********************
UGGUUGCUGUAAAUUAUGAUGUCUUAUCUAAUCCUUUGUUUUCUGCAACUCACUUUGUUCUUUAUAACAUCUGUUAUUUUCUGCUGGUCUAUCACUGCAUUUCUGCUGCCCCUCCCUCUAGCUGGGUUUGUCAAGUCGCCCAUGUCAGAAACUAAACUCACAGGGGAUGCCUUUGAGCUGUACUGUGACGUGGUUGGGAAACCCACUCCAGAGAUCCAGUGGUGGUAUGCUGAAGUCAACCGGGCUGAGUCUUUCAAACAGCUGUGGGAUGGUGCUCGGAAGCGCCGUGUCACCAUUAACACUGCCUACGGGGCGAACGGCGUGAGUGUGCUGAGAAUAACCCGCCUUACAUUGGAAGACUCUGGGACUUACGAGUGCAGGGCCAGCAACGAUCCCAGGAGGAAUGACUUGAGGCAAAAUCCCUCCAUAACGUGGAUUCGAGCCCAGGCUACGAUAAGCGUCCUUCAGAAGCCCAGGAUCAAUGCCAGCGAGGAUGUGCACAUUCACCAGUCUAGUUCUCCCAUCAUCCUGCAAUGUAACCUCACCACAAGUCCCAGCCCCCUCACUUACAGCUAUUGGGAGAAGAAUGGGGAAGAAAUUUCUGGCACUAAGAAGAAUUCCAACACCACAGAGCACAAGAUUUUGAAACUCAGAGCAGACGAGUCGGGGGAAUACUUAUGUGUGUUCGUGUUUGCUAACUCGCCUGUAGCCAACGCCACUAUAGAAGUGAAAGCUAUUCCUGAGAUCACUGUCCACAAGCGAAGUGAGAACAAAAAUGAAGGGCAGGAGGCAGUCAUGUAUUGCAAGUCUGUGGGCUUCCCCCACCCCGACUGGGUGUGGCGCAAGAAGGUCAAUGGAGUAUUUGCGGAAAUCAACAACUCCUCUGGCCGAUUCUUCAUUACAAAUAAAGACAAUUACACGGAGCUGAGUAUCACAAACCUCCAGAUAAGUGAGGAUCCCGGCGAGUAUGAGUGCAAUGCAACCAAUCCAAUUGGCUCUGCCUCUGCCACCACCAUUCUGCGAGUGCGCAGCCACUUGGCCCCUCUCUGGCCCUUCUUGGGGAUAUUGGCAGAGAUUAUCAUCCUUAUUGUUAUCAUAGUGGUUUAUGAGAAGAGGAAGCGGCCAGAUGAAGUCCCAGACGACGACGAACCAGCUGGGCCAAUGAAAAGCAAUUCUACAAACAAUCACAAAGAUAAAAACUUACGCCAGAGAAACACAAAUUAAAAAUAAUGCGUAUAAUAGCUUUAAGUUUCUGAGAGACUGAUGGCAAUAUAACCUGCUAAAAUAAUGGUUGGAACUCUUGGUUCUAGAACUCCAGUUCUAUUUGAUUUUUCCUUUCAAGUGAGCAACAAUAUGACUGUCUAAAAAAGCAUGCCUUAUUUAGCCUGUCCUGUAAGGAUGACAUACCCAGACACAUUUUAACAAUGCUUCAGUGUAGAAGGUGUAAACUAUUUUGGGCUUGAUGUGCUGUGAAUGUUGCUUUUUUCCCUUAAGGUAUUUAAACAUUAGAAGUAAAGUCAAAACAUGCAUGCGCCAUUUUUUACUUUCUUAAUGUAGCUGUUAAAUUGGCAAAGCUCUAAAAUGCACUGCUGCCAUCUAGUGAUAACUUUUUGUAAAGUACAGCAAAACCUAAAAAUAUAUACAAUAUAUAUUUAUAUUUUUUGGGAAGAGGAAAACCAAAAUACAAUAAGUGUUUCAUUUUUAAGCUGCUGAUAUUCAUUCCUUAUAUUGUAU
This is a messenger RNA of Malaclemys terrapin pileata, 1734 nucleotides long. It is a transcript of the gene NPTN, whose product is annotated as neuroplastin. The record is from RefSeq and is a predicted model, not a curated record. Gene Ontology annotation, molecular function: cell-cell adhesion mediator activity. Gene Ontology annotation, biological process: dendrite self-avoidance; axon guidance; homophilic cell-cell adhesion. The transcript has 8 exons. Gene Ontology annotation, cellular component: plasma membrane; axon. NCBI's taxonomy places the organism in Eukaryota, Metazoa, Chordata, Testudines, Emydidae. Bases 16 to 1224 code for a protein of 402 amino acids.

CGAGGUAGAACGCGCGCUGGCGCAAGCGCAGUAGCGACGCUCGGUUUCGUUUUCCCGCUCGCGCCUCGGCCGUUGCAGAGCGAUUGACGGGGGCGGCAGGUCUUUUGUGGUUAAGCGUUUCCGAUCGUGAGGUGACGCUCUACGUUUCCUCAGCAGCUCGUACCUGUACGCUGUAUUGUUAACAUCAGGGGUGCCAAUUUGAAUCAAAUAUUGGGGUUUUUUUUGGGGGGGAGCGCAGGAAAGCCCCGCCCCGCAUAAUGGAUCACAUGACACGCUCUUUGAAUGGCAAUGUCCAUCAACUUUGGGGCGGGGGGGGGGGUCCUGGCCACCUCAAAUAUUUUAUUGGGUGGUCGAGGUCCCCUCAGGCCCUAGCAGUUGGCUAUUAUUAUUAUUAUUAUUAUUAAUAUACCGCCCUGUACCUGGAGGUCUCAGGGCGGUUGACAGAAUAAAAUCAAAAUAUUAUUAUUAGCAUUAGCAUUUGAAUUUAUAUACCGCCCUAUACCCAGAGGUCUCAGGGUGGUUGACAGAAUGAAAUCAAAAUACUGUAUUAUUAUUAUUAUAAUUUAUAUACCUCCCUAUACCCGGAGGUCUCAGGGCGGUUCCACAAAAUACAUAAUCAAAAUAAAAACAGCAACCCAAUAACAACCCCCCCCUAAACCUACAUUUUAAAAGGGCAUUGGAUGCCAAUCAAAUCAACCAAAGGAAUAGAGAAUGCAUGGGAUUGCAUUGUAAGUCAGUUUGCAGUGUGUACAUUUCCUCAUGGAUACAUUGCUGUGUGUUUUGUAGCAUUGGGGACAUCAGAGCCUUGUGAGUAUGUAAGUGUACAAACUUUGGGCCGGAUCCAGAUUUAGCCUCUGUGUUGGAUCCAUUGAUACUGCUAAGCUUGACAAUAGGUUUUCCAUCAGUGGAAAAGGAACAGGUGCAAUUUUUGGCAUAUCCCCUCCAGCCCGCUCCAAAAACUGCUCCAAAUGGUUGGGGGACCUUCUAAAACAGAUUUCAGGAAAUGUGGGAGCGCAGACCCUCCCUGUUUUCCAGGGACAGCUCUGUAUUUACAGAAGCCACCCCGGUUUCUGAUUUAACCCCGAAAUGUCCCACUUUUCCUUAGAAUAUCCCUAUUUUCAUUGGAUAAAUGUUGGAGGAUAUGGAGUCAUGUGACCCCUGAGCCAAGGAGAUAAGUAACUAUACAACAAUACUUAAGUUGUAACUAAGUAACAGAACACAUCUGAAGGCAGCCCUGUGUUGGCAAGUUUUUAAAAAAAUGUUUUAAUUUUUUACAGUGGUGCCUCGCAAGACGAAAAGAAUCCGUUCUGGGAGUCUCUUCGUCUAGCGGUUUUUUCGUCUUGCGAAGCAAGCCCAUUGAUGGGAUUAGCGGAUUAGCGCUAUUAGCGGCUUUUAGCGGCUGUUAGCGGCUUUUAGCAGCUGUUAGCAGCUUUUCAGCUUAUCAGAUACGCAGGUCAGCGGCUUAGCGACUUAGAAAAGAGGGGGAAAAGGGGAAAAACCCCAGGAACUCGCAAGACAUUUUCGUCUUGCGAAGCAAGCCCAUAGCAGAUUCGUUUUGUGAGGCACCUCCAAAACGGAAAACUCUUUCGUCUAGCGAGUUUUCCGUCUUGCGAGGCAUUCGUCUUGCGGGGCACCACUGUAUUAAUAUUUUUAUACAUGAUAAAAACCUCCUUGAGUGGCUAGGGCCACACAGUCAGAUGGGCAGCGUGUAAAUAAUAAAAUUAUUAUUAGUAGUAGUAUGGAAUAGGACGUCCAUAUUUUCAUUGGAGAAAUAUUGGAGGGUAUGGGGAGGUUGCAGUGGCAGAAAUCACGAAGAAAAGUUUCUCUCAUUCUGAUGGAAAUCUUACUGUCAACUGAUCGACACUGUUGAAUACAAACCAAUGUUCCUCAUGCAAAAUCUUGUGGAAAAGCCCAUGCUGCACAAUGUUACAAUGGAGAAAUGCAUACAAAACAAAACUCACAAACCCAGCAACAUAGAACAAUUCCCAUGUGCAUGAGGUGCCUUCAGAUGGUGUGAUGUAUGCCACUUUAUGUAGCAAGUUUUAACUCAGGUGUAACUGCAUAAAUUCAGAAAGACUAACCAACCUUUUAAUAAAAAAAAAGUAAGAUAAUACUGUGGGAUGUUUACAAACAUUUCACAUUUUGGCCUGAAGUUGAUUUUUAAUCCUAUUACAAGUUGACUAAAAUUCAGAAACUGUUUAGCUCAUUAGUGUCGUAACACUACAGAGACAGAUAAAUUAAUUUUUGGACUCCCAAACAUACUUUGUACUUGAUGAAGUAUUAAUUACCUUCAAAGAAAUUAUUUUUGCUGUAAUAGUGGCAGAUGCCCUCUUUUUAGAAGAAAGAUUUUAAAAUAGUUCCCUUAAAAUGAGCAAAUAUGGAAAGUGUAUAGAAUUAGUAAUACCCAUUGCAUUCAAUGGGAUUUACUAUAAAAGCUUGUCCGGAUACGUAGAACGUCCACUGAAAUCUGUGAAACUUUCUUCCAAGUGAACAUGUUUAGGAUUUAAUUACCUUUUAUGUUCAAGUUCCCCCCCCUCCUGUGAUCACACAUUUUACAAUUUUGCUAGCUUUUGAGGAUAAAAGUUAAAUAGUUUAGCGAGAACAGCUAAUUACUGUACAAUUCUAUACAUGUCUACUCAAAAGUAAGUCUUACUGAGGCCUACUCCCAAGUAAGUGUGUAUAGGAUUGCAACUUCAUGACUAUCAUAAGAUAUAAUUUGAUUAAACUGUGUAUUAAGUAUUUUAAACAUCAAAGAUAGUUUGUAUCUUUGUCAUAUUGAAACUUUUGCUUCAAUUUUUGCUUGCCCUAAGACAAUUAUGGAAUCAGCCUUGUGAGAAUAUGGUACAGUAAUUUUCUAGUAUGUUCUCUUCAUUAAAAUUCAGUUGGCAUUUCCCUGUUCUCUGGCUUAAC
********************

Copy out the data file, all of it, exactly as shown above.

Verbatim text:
UGGUUGCUGUAAAUUAUGAUGUCUUAUCUAAUCCUUUGUUUUCUGCAACUCACUUUGUUCUUUAUAACAUCUGUUAUUUUCUGCUGGUCUAUCACUGCAUUUCUGCUGCCCCUCCCUCUAGCUGGGUUUGUCAAGUCGCCCAUGUCAGAAACUAAACUCACAGGGGAUGCCUUUGAGCUGUACUGUGACGUGGUUGGGAAACCCACUCCAGAGAUCCAGUGGUGGUAUGCUGAAGUCAACCGGGCUGAGUCUUUCAAACAGCUGUGGGAUGGUGCUCGGAAGCGCCGUGUCACCAUUAACACUGCCUACGGGGCGAACGGCGUGAGUGUGCUGAGAAUAACCCGCCUUACAUUGGAAGACUCUGGGACUUACGAGUGCAGGGCCAGCAACGAUCCCAGGAGGAAUGACUUGAGGCAAAAUCCCUCCAUAACGUGGAUUCGAGCCCAGGCUACGAUAAGCGUCCUUCAGAAGCCCAGGAUCAAUGCCAGCGAGGAUGUGCACAUUCACCAGUCUAGUUCUCCCAUCAUCCUGCAAUGUAACCUCACCACAAGUCCCAGCCCCCUCACUUACAGCUAUUGGGAGAAGAAUGGGGAAGAAAUUUCUGGCACUAAGAAGAAUUCCAACACCACAGAGCACAAGAUUUUGAAACUCAGAGCAGACGAGUCGGGGGAAUACUUAUGUGUGUUCGUGUUUGCUAACUCGCCUGUAGCCAACGCCACUAUAGAAGUGAAAGCUAUUCCUGAGAUCACUGUCCACAAGCGAAGUGAGAACAAAAAUGAAGGGCAGGAGGCAGUCAUGUAUUGCAAGUCUGUGGGCUUCCCCCACCCCGACUGGGUGUGGCGCAAGAAGGUCAAUGGAGUAUUUGCGGAAAUCAACAACUCCUCUGGCCGAUUCUUCAUUACAAAUAAAGACAAUUACACGGAGCUGAGUAUCACAAACCUCCAGAUAAGUGAGGAUCCCGGCGAGUAUGAGUGCAAUGCAACCAAUCCAAUUGGCUCUGCCUCUGCCACCACCAUUCUGCGAGUGCGCAGCCACUUGGCCCCUCUCUGGCCCUUCUUGGGGAUAUUGGCAGAGAUUAUCAUCCUUAUUGUUAUCAUAGUGGUUUAUGAGAAGAGGAAGCGGCCAGAUGAAGUCCCAGACGACGACGAACCAGCUGGGCCAAUGAAAAGCAAUUCUACAAACAAUCACAAAGAUAAAAACUUACGCCAGAGAAACACAAAUUAAAAAUAAUGCGUAUAAUAGCUUUAAGUUUCUGAGAGACUGAUGGCAAUAUAACCUGCUAAAAUAAUGGUUGGAACUCUUGGUUCUAGAACUCCAGUUCUAUUUGAUUUUUCCUUUCAAGUGAGCAACAAUAUGACUGUCUAAAAAAGCAUGCCUUAUUUAGCCUGUCCUGUAAGGAUGACAUACCCAGACACAUUUUAACAAUGCUUCAGUGUAGAAGGUGUAAACUAUUUUGGGCUUGAUGUGCUGUGAAUGUUGCUUUUUUCCCUUAAGGUAUUUAAACAUUAGAAGUAAAGUCAAAACAUGCAUGCGCCAUUUUUUACUUUCUUAAUGUAGCUGUUAAAUUGGCAAAGCUCUAAAAUGCACUGCUGCCAUCUAGUGAUAACUUUUUGUAAAGUACAGCAAAACCUAAAAAUAUAUACAAUAUAUAUUUAUAUUUUUUGGGAAGAGGAAAACCAAAAUACAAUAAGUGUUUCAUUUUUAAGCUGCUGAUAUUCAUUCCUUAUAUUGUAU
This is a messenger RNA of Malaclemys terrapin pileata, 1734 nucleotides long. It is a transcript of the gene NPTN, whose product is annotated as neuroplastin. The record is from RefSeq and is a predicted model, not a curated record. Gene Ontology annotation, molecular function: cell-cell adhesion mediator activity. Gene Ontology annotation, biological process: dendrite self-avoidance; axon guidance; homophilic cell-cell adhesion. The transcript has 8 exons. Gene Ontology annotation, cellular component: plasma membrane; axon. NCBI's taxonomy places the organism in Eukaryota, Metazoa, Chordata, Testudines, Emydidae. Bases 16 to 1224 code for a protein of 402 amino acids.

CGAGGUAGAACGCGCGCUGGCGCAAGCGCAGUAGCGACGCUCGGUUUCGUUUUCCCGCUCGCGCCUCGGCCGUUGCAGAGCGAUUGACGGGGGCGGCAGGUCUUUUGUGGUUAAGCGUUUCCGAUCGUGAGGUGACGCUCUACGUUUCCUCAGCAGCUCGUACCUGUACGCUGUAUUGUUAACAUCAGGGGUGCCAAUUUGAAUCAAAUAUUGGGGUUUUUUUUGGGGGGGAGCGCAGGAAAGCCCCGCCCCGCAUAAUGGAUCACAUGACACGCUCUUUGAAUGGCAAUGUCCAUCAACUUUGGGGCGGGGGGGGGGGUCCUGGCCACCUCAAAUAUUUUAUUGGGUGGUCGAGGUCCCCUCAGGCCCUAGCAGUUGGCUAUUAUUAUUAUUAUUAUUAUUAAUAUACCGCCCUGUACCUGGAGGUCUCAGGGCGGUUGACAGAAUAAAAUCAAAAUAUUAUUAUUAGCAUUAGCAUUUGAAUUUAUAUACCGCCCUAUACCCAGAGGUCUCAGGGUGGUUGACAGAAUGAAAUCAAAAUACUGUAUUAUUAUUAUUAUAAUUUAUAUACCUCCCUAUACCCGGAGGUCUCAGGGCGGUUCCACAAAAUACAUAAUCAAAAUAAAAACAGCAACCCAAUAACAACCCCCCCCUAAACCUACAUUUUAAAAGGGCAUUGGAUGCCAAUCAAAUCAACCAAAGGAAUAGAGAAUGCAUGGGAUUGCAUUGUAAGUCAGUUUGCAGUGUGUACAUUUCCUCAUGGAUACAUUGCUGUGUGUUUUGUAGCAUUGGGGACAUCAGAGCCUUGUGAGUAUGUAAGUGUACAAACUUUGGGCCGGAUCCAGAUUUAGCCUCUGUGUUGGAUCCAUUGAUACUGCUAAGCUUGACAAUAGGUUUUCCAUCAGUGGAAAAGGAACAGGUGCAAUUUUUGGCAUAUCCCCUCCAGCCCGCUCCAAAAACUGCUCCAAAUGGUUGGGGGACCUUCUAAAACAGAUUUCAGGAAAUGUGGGAGCGCAGACCCUCCCUGUUUUCCAGGGACAGCUCUGUAUUUACAGAAGCCACCCCGGUUUCUGAUUUAACCCCGAAAUGUCCCACUUUUCCUUAGAAUAUCCCUAUUUUCAUUGGAUAAAUGUUGGAGGAUAUGGAGUCAUGUGACCCCUGAGCCAAGGAGAUAAGUAACUAUACAACAAUACUUAAGUUGUAACUAAGUAACAGAACACAUCUGAAGGCAGCCCUGUGUUGGCAAGUUUUUAAAAAAAUGUUUUAAUUUUUUACAGUGGUGCCUCGCAAGACGAAAAGAAUCCGUUCUGGGAGUCUCUUCGUCUAGCGGUUUUUUCGUCUUGCGAAGCAAGCCCAUUGAUGGGAUUAGCGGAUUAGCGCUAUUAGCGGCUUUUAGCGGCUGUUAGCGGCUUUUAGCAGCUGUUAGCAGCUUUUCAGCUUAUCAGAUACGCAGGUCAGCGGCUUAGCGACUUAGAAAAGAGGGGGAAAAGGGGAAAAACCCCAGGAACUCGCAAGACAUUUUCGUCUUGCGAAGCAAGCCCAUAGCAGAUUCGUUUUGUGAGGCACCUCCAAAACGGAAAACUCUUUCGUCUAGCGAGUUUUCCGUCUUGCGAGGCAUUCGUCUUGCGGGGCACCACUGUAUUAAUAUUUUUAUACAUGAUAAAAACCUCCUUGAGUGGCUAGGGCCACACAGUCAGAUGGGCAGCGUGUAAAUAAUAAAAUUAUUAUUAGUAGUAGUAUGGAAUAGGACGUCCAUAUUUUCAUUGGAGAAAUAUUGGAGGGUAUGGGGAGGUUGCAGUGGCAGAAAUCACGAAGAAAAGUUUCUCUCAUUCUGAUGGAAAUCUUACUGUCAACUGAUCGACACUGUUGAAUACAAACCAAUGUUCCUCAUGCAAAAUCUUGUGGAAAAGCCCAUGCUGCACAAUGUUACAAUGGAGAAAUGCAUACAAAACAAAACUCACAAACCCAGCAACAUAGAACAAUUCCCAUGUGCAUGAGGUGCCUUCAGAUGGUGUGAUGUAUGCCACUUUAUGUAGCAAGUUUUAACUCAGGUGUAACUGCAUAAAUUCAGAAAGACUAACCAACCUUUUAAUAAAAAAAAAGUAAGAUAAUACUGUGGGAUGUUUACAAACAUUUCACAUUUUGGCCUGAAGUUGAUUUUUAAUCCUAUUACAAGUUGACUAAAAUUCAGAAACUGUUUAGCUCAUUAGUGUCGUAACACUACAGAGACAGAUAAAUUAAUUUUUGGACUCCCAAACAUACUUUGUACUUGAUGAAGUAUUAAUUACCUUCAAAGAAAUUAUUUUUGCUGUAAUAGUGGCAGAUGCCCUCUUUUUAGAAGAAAGAUUUUAAAAUAGUUCCCUUAAAAUGAGCAAAUAUGGAAAGUGUAUAGAAUUAGUAAUACCCAUUGCAUUCAAUGGGAUUUACUAUAAAAGCUUGUCCGGAUACGUAGAACGUCCACUGAAAUCUGUGAAACUUUCUUCCAAGUGAACAUGUUUAGGAUUUAAUUACCUUUUAUGUUCAAGUUCCCCCCCCUCCUGUGAUCACACAUUUUACAAUUUUGCUAGCUUUUGAGGAUAAAAGUUAAAUAGUUUAGCGAGAACAGCUAAUUACUGUACAAUUCUAUACAUGUCUACUCAAAAGUAAGUCUUACUGAGGCCUACUCCCAAGUAAGUGUGUAUAGGAUUGCAACUUCAUGACUAUCAUAAGAUAUAAUUUGAUUAAACUGUGUAUUAAGUAUUUUAAACAUCAAAGAUAGUUUGUAUCUUUGUCAUAUUGAAACUUUUGCUUCAAUUUUUGCUUGCCCUAAGACAAUUAUGGAAUCAGCCUUGUGAGAAUAUGGUACAGUAAUUUUCUAGUAUGUUCUCUUCAUUAAAAUUCAGUUGGCAUUUCCCUGUUCUCUGGCUUAAC